Dollar General and Facebook at least have brand recognition; however, companies like Education Management, which operates Art Institutes and for profit colleges, has had a series of problems. Likewise Aeroflex, a microprocessor company, is at a 52-week low.

Clearly, Goldman is not investing in the sorts of companies that Berkshire Hathaway gravitates towards [Wrigley, Coca-Cola (KO) and IBM (IBM) for instance.] If Goldman Sachs continues on the course of picking non-winners, it could mean the company will become even more distressed. Though it should be underscored that these eight companies do not represent Goldman's entire business.

GE and Goldman Credit

Moody's downgraded General Electric and General Electric Capital debt on April 2012.

Moody's Investors Service today downgraded the senior unsecured debt rating of General Electric Company to Aa3 from Aa2 and the senior unsecured rating of its wholly-owned finance subsidiary, General Electric Capital Corporation (GECC), to A1 from Aa2 ...

The downgrades result from the implementation of Moody's revised global rating methodology for finance companies, and reflect in particular the impact of GECC's higher risk profile on GE. Moody's believes the risk profiles of market-funded financial institutions, including GECC, are higher than was previously reflected in their ratings. While GECC has improved its liquidity and capital levels since the onset of the credit crisis, Moody's believes that, notwithstanding these positive steps, there remain material risks associated with the firm's funding model ...

This is disconcerting, and is one reason why I am cautious on General Electric and GECC, and do not actively acquire their debt. However, I am currently on the lookout for Goldman Sachs bonds. I am keeping the allocation at slightly less than 1% of the portfolio.

Moody's downgraded Goldman Sachs in June 2012:

The Goldman Sachs Group, Inc.

Long-term senior unsecured debt to A3 from A1, outlook negative; Short-term to P-2 from P-1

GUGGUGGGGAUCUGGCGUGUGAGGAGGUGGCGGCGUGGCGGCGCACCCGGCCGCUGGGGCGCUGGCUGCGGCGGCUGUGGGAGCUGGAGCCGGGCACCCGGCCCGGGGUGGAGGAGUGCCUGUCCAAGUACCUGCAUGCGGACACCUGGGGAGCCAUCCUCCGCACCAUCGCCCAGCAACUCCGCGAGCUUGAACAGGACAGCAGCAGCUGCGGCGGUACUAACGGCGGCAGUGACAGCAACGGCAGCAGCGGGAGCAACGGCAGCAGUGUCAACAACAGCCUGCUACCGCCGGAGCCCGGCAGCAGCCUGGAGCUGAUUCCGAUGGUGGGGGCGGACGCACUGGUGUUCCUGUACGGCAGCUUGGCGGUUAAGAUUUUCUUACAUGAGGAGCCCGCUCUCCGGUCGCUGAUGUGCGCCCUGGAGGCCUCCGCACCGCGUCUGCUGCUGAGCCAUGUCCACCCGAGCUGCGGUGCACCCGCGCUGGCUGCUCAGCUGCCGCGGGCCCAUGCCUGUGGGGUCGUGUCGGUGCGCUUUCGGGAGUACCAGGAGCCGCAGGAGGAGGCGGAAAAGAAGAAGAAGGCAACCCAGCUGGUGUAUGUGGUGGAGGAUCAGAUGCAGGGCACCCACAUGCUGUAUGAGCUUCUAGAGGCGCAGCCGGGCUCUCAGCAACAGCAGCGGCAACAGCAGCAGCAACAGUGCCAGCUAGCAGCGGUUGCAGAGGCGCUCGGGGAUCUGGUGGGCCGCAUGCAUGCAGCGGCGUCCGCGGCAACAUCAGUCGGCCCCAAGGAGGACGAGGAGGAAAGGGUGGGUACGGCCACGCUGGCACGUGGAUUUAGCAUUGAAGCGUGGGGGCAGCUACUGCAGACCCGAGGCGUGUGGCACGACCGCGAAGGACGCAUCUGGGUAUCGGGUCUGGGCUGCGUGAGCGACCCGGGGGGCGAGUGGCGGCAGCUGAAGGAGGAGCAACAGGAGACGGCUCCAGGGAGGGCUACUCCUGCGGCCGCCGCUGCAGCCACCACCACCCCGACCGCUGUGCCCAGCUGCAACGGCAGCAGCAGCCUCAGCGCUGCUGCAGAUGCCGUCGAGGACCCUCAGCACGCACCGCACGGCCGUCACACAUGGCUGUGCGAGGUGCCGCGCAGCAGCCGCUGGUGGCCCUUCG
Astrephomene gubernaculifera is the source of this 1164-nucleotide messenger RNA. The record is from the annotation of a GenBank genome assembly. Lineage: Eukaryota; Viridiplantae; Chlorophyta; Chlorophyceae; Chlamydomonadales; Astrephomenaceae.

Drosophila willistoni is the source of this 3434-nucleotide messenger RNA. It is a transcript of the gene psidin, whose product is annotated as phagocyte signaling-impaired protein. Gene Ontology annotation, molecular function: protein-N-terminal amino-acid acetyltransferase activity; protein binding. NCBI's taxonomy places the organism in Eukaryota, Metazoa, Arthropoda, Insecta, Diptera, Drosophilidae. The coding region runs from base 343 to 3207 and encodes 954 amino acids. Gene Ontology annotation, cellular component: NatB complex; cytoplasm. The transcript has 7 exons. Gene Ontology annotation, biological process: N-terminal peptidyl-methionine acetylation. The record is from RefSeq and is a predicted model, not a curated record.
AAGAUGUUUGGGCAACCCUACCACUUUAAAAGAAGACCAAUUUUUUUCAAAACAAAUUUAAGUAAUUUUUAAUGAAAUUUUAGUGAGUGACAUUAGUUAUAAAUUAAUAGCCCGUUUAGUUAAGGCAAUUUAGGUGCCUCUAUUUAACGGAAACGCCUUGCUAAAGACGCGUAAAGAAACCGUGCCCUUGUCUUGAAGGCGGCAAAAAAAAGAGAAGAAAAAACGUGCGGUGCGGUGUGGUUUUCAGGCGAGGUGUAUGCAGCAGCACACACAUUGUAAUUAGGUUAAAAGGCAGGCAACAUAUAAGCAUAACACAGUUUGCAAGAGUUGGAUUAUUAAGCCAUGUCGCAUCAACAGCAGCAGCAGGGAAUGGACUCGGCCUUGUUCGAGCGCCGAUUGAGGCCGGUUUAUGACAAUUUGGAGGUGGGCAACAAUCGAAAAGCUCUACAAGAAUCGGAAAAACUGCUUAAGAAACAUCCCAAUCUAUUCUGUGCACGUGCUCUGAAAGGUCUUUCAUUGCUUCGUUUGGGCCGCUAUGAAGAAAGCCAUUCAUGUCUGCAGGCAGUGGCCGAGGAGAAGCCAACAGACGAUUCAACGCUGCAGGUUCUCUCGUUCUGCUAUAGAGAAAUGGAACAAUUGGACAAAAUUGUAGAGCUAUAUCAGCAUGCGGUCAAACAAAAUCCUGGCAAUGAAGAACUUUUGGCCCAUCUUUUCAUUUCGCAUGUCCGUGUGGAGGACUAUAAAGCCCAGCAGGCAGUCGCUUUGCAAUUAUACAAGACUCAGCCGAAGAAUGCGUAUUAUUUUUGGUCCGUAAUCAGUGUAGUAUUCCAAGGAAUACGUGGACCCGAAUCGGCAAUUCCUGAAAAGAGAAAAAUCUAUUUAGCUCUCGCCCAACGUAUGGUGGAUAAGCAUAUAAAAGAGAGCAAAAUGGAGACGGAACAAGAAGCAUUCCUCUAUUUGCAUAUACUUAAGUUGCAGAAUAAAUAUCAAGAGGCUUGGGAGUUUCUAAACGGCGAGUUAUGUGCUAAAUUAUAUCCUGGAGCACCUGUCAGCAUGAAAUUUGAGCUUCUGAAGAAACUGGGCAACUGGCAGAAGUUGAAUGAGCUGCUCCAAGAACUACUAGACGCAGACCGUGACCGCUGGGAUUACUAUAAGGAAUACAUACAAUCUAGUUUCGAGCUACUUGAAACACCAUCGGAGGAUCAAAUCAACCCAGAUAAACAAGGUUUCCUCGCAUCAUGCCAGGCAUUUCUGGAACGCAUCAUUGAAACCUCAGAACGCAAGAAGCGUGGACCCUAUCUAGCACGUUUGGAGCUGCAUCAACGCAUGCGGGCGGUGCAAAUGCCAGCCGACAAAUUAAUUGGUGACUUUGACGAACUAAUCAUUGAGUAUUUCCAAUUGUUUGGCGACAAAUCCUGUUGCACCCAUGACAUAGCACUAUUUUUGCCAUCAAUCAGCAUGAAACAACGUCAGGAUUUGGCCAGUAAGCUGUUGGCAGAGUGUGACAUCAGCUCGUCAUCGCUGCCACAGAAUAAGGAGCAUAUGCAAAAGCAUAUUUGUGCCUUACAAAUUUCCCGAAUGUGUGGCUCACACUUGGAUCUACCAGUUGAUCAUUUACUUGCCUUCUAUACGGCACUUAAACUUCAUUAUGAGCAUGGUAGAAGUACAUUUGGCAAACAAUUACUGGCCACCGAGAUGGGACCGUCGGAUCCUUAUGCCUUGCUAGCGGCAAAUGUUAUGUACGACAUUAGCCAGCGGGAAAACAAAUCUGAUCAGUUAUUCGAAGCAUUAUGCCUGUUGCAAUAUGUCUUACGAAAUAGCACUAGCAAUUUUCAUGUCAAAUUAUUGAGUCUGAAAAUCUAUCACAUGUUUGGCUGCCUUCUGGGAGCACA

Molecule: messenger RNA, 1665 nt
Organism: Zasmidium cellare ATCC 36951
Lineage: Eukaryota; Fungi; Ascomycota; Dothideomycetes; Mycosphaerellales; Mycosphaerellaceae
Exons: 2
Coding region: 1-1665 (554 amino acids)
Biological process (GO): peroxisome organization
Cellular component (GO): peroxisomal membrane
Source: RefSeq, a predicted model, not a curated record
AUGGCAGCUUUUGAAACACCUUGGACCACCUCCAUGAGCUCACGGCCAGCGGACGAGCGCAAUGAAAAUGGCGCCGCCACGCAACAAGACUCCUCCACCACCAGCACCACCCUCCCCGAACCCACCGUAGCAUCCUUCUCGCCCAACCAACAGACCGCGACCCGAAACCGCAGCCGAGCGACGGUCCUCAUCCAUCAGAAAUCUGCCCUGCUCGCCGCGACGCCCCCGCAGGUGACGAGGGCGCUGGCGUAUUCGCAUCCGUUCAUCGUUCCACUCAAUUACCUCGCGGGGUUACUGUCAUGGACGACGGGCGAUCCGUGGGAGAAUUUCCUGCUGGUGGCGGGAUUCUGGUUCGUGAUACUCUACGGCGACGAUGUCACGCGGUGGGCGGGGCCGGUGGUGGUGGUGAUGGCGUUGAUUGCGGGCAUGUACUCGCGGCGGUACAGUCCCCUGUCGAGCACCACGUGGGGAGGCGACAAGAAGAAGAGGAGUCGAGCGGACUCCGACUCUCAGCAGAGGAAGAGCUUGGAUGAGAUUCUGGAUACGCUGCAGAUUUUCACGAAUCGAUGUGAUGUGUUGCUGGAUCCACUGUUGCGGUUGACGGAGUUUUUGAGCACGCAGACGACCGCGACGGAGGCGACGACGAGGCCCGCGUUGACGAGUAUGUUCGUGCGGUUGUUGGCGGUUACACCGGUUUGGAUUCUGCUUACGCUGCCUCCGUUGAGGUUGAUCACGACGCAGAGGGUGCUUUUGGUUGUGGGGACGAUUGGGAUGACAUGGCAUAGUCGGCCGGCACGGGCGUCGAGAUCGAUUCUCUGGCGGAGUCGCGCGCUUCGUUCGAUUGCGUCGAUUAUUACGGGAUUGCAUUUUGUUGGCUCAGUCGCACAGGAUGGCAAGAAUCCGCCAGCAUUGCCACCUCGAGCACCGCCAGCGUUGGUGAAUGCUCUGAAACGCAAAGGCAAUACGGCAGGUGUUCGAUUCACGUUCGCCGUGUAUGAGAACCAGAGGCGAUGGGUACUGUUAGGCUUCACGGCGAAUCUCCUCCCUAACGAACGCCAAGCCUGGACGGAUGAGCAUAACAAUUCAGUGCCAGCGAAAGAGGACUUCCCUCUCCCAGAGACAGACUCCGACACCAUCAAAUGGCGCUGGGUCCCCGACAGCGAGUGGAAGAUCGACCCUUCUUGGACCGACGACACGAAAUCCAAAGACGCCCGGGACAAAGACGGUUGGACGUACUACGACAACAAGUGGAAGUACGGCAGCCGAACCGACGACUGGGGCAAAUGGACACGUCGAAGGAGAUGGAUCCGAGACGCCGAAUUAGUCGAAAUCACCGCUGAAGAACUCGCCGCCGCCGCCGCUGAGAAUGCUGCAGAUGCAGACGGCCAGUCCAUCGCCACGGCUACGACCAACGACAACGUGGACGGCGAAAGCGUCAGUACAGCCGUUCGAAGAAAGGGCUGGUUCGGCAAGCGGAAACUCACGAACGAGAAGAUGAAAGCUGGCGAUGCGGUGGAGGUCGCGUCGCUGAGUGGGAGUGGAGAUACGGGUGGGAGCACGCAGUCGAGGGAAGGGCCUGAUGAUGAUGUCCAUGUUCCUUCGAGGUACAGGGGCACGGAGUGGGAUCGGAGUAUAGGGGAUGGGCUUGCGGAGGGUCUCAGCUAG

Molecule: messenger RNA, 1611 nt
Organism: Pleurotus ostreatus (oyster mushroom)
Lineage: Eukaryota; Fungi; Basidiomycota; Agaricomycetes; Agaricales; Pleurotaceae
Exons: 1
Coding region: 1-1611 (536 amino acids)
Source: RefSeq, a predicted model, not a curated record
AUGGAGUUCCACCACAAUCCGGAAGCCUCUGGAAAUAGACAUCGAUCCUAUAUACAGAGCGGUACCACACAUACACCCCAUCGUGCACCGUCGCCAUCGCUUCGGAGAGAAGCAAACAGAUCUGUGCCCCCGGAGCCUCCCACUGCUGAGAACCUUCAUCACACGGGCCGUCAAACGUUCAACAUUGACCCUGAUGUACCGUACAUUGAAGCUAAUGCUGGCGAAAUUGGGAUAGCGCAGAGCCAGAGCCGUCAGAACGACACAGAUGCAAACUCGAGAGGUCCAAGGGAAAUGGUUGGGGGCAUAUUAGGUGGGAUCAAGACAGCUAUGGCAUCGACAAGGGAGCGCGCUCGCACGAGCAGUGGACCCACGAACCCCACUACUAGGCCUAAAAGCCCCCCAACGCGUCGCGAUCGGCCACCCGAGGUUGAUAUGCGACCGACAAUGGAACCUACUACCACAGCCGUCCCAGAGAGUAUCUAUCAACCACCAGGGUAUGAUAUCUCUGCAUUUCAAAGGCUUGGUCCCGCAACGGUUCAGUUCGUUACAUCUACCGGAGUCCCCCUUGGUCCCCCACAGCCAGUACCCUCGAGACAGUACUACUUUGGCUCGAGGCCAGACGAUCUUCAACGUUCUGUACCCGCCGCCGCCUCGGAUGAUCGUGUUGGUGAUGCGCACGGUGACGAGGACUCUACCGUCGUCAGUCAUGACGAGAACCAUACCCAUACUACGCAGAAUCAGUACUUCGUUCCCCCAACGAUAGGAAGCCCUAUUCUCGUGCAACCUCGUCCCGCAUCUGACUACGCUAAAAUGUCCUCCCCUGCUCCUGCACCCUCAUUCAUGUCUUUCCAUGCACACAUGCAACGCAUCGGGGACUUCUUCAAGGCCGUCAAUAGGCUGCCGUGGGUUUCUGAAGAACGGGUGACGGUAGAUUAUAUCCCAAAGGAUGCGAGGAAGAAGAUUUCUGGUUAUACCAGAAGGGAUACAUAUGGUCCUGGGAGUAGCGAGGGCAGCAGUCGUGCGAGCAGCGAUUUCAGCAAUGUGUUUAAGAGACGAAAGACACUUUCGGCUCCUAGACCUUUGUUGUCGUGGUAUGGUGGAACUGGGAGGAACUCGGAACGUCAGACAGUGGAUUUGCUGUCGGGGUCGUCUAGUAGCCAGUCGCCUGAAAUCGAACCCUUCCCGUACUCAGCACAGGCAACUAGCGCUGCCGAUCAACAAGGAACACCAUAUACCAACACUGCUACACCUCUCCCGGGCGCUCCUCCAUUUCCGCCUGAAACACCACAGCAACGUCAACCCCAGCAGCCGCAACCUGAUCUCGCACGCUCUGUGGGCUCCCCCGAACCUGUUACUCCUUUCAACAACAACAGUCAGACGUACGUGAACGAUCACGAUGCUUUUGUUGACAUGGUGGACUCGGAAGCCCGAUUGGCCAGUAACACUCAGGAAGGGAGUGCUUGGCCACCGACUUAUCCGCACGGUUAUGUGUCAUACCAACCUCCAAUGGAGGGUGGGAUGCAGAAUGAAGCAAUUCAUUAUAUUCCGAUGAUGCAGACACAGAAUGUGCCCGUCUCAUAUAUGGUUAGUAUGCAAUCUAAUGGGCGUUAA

So, Goldman Sachs was just at the level GE Capital has been downgraded to. In my opinion, it is important to view the bond market relative to the performance of Goldman Sachs and GE/GECC. Compared to the Treasuries, these companies offer considerably more yield.

Here is an example layered position to consider using some of these bonds, a mutual fund and an income CEF:

Goldman Sachs 2025 5% GECC 2025 4.3% Mutual Fund Income CEF Total / %
$100,000 $2,150 $1,080 $2,500 $500 $6,230 / 6.2%
$1M $3,225 $2,160 $5,000 $750 $11,135 / 1.1%

Notice the mutual fund allocation works to balance the allocation into bonds, and the CEF acts as a supplement. It is interesting to consider the difference in amounts necessary to properly allocate to bonds, mutual funds and stocks.

The average yield of both 2025 bonds selected in this example is 3.95%, though the example pushes the yield up by weighting Goldman bonds. This example would experience greater weakness if Goldman Sachs' credit rating continues to dwindle or the company experiences a default.

10 Year Treasury Rate Chart
(Click to enlarge)

10 Year Treasury Rate data by YCharts

Let's look at two of the new GECC and Goldman Sachs notes, compared to the 10, 20 and 30-year Treasury rate. Notice the orange line, which is the 20-year rate, since these notes are approximately 20-year bonds:

Goldman Sachs Grp Inc MTN Be Fr 4.4% 11/15/2032, Survivor Option, Mnthly Cpn (cusip: 38141EH85) 4.4 100.00 4.400%
General Electric Capital Corp Fr 3.5% 11/15/2031, Survivor Option (cusip: 36966TGV8) 3.5 100.00 3.500%

The 20-year Treasury yield was 3.5% in late 2011 and near 4.4% in the middle of 2011. This illustrates the dramatic downturn the rates have taken. Now, consider the two 2025 bonds used in the example and compare their yields to the blue line, keep in mind these have approximately 12 years until maturity:

Goldman Sachs Grp Inc MTN Be Fr 5% 12/15/2025, Survivor Option, Mnthly Cpn (cusip: 38141E4D8) 5.0 106.87 4.313%
General Electric Capital Corp Fr 4.3% 10/15/2025, Survivor Option (cusip: 36966TAJ1) 4.3 106.36 3.678%

Both Goldman Sachs and GECC are issuing more debt, however, it is not as attractive as their older debt. The 2025 Goldman bonds' yield is similar to the 10-year Treasury rate in late 2007 (of course that was Aaa rated,) the GECC debt has a similar yield to the 10-year rate in early 2010. One strategy could be to save Goldman and GECC income to go back into U.S. Treasuries when rates go back up.

The old saying goes, all that glitters is not gold, and this certainly could hold true for Goldman Sachs. Both GECC and Goldman are offering competitive yields and features, though conservative investors should take note that nearer-term bonds provide equal or greater yield, presuming they do not default.

If you have any comments regarding new and old Goldman Sachs and GECC debt, please leave a comment below.

Source: GE, Goldman New Issue Comparison